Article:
But the pressure on each breast is very brief—only long enough to take quick images—and many women recount the feeling as temporarily unpleasant, rather than outright painful. (If the compression does become too much to bear, alert your technician.)

Worried about potential soreness? Try to avoid scheduling your appointment when your breasts are tender, like in the days before or during your period. Rosenblatt suggests that taking an over-the-counter pain reliever could help, as long it’s safe for you. And if it’s your first mammogram, she recommends asking the technician to walk you through the process, “because the stress and tension also makes it more uncomfortable for patients.”

doctor explaining x-ray
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MYTH: Mammogram radiation causes cancer

Since they involve X-rays, mammograms expose you to some radiation, but the amount is strictly regulated and “remarkably low,” says Rosenblatt. It’s similar to what you receive from the environment in about seven weeks.

What’s more, the benefits of mammograms outweigh the harms of radiation. That means the potential hazard of low-dose radiation exposure is minimal compared to the upside of detecting breast cancer early.

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MYTH: Callbacks mean you have cancer

Maybe the first images weren’t clear enough. Maybe your breast tissue is denser than average. Maybe part of your X-ray just looks a little different from the rest. Whatever the issue, if your imaging team needs another look at your breasts, you’re getting called back into the office.

And you’re hardly alone. It’s estimated that up to 16 percent of women who undergo their first mammogram are called in for more testing, for various reasons. The rate is higher for pre-menopausal women, and a 2016 review in JAMA suggests that more than half of women who have annual mammograms will get a call back at least once in their lifetime.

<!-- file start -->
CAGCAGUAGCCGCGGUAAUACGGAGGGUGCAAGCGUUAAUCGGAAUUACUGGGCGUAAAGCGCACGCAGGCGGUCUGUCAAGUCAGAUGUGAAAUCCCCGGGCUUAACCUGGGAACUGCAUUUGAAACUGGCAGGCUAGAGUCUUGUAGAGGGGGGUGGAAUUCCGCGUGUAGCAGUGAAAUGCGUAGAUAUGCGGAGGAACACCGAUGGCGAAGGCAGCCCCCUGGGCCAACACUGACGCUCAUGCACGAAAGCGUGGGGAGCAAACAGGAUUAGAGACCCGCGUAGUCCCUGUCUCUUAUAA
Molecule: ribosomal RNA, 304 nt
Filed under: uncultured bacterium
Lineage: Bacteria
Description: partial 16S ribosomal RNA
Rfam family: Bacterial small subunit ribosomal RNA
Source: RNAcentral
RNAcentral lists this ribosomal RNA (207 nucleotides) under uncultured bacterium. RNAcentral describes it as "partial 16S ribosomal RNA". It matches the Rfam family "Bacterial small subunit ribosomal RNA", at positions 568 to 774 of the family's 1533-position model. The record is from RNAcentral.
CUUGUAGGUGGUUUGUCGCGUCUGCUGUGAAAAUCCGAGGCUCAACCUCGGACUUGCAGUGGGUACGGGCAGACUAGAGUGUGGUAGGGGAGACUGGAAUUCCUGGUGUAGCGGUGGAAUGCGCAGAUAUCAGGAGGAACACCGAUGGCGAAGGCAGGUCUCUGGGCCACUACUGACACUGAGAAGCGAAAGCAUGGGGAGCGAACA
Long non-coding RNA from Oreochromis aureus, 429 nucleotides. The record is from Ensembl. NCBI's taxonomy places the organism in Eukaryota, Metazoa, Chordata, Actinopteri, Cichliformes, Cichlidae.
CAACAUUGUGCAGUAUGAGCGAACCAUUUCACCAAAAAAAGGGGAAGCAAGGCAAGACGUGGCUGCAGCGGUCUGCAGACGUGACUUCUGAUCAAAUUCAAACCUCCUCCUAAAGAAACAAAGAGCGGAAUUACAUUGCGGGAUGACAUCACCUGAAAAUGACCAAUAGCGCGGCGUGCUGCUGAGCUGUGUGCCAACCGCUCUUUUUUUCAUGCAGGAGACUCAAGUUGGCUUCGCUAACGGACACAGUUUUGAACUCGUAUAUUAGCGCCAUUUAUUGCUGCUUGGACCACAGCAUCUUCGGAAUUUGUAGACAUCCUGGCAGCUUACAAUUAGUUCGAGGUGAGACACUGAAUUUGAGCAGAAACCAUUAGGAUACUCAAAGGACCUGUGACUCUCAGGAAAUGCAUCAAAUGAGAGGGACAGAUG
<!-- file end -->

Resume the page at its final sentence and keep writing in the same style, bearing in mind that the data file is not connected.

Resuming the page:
The additional assessment could involve a diagnostic mammogram—where further images are taken—or another test, like an MRI or an ultrasound. Some patients will need a biopsy, or a tissue sample, for further analysis. The good news is that more than 9 out of 10 times, people who are called back are cancer-free.

Waiting for any medical test results can be nerve-wracking, but it’s important to remember that callbacks are common and normal—and so are your feelings about them. Call your HCP or the American Cancer Society at 1-800-227-2345 if you have questions or need support.

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MYTH: Mammograms are too expensive

If you have health insurance and worry about paying for a screening, you can breathe easy. For women over 40, the Affordable Care Act requires private plans and state Medicaid expansions to cover screening mammograms every 1 to 2 years—no copayment or coinsurance necessary. Medicare pays for annual screening mammograms, as well.

Before scheduling your mammogram, contact your insurance company to find out if it will be covered; some newer 3D mammograms may not be. It’s also important to note that screening mammograms are different from diagnostic mammograms, which often aren’t fully covered.

What if you don’t have health insurance? Organizations like the National Breast Cancer Foundation, the National Breast and Cervical Cancer Early Detection Program and the Susan G. Komen Foundation frequently partner with local imaging centers to provide free and low-cost screenings to eligible women. Visit their websites or speak with a facility representative for more information.

In the event you are diagnosed with early-stage breast cancer, the treatment may be less intense and less expensive than for cancer at a later stage. An ounce of prevention could save you a lot of money, time, anxiety—and your life.

Slideshow sources open slideshow sources

American Cancer Society. Survival Rates for Breast Cancer. Last revised March 1, 2022.
American Cancer Society. Understanding Radiation Risk from Imaging Tests. Published August 3, 2018.
Miller D, Livingstone V, Herbison P. Interventions for relieving the pain and discomfort of screening mammography. Cochrane Database Syst Rev. 2008;(1):CD002942.
American College of Radiology. Guidelines Start at 40. Published 2019.
American College of Obstetricians and Gynecologists. Mammography and Other Screening Tests for Breast Problems. Published 2020.
American Cancer Society. Breast Cancer Facts & Figures 2019-2020. Atlanta, GA: American Cancer Society, Inc.; 2019.
United States Preventive Services Taskforce. Recommendation: Breast Cancer: Screening. Published January 11, 2016.